from the GIGO dept.
Garments from Adversarial Fashion feed junk data into surveillance cameras, in an effort to make their databases less effective.
The news: Hacker and designer Kate Rose unveiled the new range of clothing at the DefCon cybersecurity conference in Las Vegas. In a talk, she explained the that hoodies, shirts, dresses, and skirts trigger automated license plate readers (ALPRs) to inject useless data into systems used to track civilians.
False tags: The license-plate-like designs on a garment are picked up and recorded as vehicles by readers, which frequently misclassify images like fences as license plates anyway, according to Rose (pictured above modeling one of her dresses). The idea is that feeding more junk data into the systems will make them less effective at tracking people and more expensive to deploy.
[...] Fashion fights back: Though it's the first to target ALPRs, this isn't the first fashion project aimed at fighting back against surveillance. Researchers have come up with adversarial images on clothing aimed at bamboozling AI, makeup that lets you hide your face from recognition systems, and even a hat that can trick systems into thinking you're Moby.
This demonstration from the cybersecurity firm McAfee is the latest indication that adversarial machine learning can potentially wreck autonomous driving systems, presenting a security challenge to those hoping to commercialize the technology.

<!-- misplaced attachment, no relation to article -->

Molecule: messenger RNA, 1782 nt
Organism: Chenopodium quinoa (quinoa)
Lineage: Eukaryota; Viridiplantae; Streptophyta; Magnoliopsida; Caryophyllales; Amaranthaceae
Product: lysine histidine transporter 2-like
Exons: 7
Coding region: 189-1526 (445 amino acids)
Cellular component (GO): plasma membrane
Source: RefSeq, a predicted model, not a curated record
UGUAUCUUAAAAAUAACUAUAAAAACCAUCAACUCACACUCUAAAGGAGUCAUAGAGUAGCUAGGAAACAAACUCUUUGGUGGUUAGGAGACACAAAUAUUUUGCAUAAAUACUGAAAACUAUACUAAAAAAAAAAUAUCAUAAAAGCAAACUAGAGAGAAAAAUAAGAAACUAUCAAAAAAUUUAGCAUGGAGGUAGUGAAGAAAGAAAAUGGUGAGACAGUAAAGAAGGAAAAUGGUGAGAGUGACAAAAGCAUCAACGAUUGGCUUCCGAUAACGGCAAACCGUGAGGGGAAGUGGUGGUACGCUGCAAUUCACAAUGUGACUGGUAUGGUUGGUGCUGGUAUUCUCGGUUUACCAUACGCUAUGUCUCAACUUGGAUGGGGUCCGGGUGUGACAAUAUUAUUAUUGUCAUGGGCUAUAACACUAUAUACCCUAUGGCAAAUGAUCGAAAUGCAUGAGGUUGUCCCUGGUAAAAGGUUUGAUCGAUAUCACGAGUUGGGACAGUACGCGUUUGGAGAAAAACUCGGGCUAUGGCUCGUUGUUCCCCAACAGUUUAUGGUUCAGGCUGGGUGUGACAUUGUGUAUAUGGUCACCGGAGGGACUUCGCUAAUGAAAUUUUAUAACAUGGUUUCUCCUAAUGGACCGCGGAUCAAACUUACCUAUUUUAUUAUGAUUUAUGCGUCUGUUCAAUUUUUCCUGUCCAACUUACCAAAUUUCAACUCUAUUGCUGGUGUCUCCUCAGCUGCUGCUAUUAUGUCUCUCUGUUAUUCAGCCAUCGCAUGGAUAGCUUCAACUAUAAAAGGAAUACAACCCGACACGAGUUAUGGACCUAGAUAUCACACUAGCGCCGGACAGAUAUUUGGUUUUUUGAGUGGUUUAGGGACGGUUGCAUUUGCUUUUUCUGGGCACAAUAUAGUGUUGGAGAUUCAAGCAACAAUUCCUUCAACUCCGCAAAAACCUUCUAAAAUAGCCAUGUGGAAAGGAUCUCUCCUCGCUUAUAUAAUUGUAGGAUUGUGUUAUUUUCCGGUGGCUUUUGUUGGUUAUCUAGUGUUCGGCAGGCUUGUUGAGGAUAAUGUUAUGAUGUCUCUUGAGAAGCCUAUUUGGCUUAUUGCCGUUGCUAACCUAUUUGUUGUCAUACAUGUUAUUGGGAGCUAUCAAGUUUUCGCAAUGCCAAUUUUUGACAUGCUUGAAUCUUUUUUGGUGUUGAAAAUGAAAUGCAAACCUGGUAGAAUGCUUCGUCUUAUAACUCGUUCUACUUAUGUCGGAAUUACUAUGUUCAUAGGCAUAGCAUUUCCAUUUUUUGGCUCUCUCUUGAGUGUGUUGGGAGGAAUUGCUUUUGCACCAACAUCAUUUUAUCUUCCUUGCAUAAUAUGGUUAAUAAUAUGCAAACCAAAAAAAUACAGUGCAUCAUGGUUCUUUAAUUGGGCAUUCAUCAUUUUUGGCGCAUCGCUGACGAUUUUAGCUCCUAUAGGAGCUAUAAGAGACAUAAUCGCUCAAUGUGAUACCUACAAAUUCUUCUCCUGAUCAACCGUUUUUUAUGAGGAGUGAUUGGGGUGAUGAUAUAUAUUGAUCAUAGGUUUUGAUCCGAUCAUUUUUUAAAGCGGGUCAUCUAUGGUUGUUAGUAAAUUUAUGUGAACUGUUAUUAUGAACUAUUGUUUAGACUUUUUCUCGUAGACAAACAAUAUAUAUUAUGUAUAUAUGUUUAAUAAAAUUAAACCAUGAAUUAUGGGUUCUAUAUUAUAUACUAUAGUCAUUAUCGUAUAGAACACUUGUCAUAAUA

Mobileye EyeQ3 camera systems read speed limit signs and feed that information into autonomous driving features like Tesla's automatic cruise control, said Steve Povolny and Shivangee Trivedi from McAfee's Advanced Threat Research team.
The researchers stuck a tiny and nearly imperceptible sticker on a speed limit sign. The camera read the sign as 85 instead of 35, and in testing, both the 2016 Tesla Model X and that year's Model S sped up 50 miles per hour.
This is the latest in an increasing mountain of research showing how machine-learning systems can be attacked and fooled in life-threatening situations.
[...] Tesla has since moved to proprietary cameras on newer models, and Mobileye EyeQ3 has released several new versions of its cameras that in preliminary testing were not susceptible to this exact attack.
There are still a sizable number of Tesla cars operating with the vulnerable hardware, Povolny said. He pointed out that Teslas with the first version of hardware cannot be upgraded to newer hardware.
"What we're trying to do is we're really trying to raise awareness for both consumers and vendors of the types of flaws that are possible," Povolny said "We are not trying to spread fear and say that if you drive this car, it will accelerate into through a barrier, or to sensationalize it."
So, it seems this is not so much that a particular adversarial attack was successful (and fixed), but that it was but one instance of a potentially huge set. Obligatory xkcd.